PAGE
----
BS Astronomy Technology, RTU (2017)

Jeroh Hiyastro
BS Astronomy Technology, RTU (2017)

Princess Catherine Pornea Ilagan
BS Astronomy Technology, RTU (2017)

Jason Kalaw
BS Astronomy Technology, RTU (2017)

Lanz Anthonee Lagman
BS Astronomy Technology, RTU (2017)

Christine Miranda
BS Astronomy Technology, RTU (2017)

Ma. Christina Nuñez
BS Astronomy Technology, RTU (2017)

Jomar Tutor Razo
BS Astronomy Technology, RTU (2017)

Abigail Tañola
BS Astronomy Technology, RTU (2017)

Pauline Grace Viñas
BS Astronomy Technology, RTU (2017)


IAU Individual Members
Philippine Members to the International Astronomical Union

Dr. Jesus Rodrigo Torres, Ph. D.
IAU individual member:
  • Member of Division A Fundamental Astronomy
  • Member of Division C Education, Outreach and Heritage
  • Member of Division C Commission 46 Astronomy Education & Development]

  • Dr. Cynthia Celebre, Ph. D.
    IAU individual member:
  • Member of Division C Education, Outreach and Heritage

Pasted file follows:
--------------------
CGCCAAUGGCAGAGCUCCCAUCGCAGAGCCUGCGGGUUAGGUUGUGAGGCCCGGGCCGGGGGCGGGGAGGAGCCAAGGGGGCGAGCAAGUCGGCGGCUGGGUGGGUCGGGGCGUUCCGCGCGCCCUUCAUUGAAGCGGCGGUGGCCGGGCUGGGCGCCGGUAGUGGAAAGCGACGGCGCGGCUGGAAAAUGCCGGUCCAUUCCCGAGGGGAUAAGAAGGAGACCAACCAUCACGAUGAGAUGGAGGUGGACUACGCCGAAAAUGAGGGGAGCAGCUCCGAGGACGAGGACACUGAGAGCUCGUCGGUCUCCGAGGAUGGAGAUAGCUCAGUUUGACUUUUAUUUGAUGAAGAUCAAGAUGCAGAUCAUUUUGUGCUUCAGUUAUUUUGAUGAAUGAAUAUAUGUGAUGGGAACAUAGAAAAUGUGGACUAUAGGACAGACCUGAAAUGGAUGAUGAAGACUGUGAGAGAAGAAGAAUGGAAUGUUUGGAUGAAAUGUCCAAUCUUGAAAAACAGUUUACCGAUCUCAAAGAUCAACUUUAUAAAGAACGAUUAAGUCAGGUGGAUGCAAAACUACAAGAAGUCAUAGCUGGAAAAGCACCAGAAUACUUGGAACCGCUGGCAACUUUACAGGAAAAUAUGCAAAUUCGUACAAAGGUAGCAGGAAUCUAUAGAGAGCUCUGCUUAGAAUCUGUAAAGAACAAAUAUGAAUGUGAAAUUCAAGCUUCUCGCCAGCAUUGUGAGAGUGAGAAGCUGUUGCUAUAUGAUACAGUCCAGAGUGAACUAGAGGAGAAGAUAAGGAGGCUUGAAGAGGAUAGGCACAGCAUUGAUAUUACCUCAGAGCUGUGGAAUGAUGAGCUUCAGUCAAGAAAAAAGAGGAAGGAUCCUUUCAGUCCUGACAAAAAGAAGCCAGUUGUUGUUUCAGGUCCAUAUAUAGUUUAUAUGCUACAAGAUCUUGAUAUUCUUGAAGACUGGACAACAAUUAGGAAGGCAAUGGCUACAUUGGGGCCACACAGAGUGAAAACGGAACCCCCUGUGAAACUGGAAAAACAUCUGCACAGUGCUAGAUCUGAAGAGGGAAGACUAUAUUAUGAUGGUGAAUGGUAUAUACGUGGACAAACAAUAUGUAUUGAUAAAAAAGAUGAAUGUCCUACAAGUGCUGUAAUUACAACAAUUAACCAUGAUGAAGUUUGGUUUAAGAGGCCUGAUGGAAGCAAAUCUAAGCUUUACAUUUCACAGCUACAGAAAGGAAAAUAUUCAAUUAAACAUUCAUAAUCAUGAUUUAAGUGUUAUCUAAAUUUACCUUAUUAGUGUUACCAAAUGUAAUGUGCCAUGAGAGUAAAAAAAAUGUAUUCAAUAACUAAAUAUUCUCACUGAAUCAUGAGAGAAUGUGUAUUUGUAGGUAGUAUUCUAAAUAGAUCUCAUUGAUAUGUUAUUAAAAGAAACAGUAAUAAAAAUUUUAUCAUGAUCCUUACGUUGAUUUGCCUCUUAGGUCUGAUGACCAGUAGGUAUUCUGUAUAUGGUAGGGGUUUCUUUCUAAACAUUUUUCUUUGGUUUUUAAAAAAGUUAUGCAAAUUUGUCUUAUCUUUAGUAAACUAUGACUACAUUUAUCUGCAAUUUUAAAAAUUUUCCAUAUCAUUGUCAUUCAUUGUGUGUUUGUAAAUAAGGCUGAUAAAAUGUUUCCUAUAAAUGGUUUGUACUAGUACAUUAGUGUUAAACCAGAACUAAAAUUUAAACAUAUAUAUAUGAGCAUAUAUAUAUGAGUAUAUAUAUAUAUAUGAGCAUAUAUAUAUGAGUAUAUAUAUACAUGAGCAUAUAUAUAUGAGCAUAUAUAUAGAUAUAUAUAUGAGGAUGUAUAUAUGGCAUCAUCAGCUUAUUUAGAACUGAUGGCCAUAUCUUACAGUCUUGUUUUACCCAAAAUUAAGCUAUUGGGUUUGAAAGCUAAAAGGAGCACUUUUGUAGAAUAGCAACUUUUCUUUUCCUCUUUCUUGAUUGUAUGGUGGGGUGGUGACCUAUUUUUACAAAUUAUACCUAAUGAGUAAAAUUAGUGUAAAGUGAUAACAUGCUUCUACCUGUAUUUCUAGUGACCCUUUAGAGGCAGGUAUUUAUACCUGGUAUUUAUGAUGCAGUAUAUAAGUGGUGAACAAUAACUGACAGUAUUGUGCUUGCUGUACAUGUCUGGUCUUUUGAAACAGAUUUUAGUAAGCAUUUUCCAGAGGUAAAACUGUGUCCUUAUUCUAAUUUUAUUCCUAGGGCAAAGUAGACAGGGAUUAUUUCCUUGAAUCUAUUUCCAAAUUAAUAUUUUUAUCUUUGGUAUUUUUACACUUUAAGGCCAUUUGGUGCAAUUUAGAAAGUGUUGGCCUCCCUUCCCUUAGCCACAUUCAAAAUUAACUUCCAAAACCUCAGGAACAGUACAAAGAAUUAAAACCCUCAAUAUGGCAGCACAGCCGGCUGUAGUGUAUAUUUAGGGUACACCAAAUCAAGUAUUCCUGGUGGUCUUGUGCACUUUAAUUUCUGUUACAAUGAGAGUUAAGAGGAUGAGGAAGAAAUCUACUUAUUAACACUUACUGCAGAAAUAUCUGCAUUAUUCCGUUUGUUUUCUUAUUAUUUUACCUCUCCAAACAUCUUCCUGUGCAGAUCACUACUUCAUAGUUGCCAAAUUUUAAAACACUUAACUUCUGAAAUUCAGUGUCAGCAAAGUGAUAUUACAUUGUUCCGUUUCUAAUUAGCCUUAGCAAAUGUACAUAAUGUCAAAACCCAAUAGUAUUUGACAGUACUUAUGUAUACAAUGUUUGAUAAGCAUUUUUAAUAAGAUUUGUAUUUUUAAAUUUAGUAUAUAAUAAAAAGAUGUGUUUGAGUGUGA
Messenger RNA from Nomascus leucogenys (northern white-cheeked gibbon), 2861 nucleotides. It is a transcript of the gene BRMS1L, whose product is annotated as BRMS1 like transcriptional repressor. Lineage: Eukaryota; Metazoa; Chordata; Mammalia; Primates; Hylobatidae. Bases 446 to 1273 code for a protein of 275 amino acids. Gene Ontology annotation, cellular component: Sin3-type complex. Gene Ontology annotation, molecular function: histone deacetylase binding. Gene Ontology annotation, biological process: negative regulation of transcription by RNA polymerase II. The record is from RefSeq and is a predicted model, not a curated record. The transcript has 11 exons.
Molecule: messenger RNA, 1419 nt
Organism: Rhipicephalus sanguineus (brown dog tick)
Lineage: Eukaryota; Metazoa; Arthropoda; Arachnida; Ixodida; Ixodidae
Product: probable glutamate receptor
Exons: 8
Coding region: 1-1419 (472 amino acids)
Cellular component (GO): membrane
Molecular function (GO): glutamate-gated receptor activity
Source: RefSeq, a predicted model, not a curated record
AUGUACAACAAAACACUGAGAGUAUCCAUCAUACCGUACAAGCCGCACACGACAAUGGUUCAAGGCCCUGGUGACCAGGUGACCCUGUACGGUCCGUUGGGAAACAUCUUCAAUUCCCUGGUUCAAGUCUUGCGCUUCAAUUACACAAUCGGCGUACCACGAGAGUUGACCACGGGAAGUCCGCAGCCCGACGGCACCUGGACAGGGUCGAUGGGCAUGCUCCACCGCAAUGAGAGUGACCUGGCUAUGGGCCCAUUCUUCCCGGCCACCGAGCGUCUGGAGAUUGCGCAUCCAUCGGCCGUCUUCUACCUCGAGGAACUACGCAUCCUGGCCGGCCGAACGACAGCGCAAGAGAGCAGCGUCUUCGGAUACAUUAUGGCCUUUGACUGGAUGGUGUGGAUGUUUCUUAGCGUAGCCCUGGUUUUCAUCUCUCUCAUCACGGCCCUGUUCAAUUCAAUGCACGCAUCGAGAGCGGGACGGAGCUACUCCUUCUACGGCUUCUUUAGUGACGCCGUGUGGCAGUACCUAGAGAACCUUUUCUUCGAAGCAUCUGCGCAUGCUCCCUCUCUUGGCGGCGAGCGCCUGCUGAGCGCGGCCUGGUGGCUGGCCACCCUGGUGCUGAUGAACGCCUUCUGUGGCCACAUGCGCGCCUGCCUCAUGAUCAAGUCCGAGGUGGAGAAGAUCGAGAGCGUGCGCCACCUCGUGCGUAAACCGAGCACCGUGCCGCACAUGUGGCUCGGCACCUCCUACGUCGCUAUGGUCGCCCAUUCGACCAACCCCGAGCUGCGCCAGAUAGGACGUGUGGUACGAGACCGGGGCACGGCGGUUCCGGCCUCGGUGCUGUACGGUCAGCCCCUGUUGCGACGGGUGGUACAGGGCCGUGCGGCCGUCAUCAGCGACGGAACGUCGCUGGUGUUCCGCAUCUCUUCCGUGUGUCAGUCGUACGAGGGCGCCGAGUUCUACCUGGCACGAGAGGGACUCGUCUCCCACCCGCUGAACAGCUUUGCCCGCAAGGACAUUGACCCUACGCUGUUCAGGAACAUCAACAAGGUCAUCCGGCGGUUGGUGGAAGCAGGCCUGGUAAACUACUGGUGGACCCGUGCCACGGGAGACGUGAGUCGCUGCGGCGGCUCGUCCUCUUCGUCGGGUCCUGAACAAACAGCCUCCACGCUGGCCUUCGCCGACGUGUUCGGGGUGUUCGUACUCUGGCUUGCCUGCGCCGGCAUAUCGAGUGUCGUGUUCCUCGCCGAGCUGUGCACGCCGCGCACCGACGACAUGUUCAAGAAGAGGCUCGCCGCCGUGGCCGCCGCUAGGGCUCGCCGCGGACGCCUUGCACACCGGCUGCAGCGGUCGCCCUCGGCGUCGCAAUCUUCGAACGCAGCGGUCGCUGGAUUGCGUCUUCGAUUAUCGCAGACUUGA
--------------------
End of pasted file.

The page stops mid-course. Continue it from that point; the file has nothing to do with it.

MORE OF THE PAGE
• Member of Division C Commission 46 Astronomy Education & Development]

  • Dr. Jose Perico Esguerra, Ph. D.
    IAU individual member:
  • Member of Division A Fundamental Astronomy
  • Member of Division C Education, Outreach and Heritage
  • Member of Division H Interstellar Matter and Local Universe
  • Member of Division A Commission 7 Celestial Mechanics & Dynamical Astronomy
  • Member of Division H Commission 33 Structure & Dynamics of the Galactic System
  • Member of Division C Commission 46 Astronomy Education & Development
  • Member of Division C Commission 55 Communicating Astronomy with the Public

  • Dr. Bernardo Soriano, Ph. D.
    IAU individual member:
  • Member of Division C Education, Outreach and Heritage
  • Member of Division C Commission 46 Astronomy Education & Development

  • Dr. Rogel Mari Sese, Ph. D.
    IAU individual member: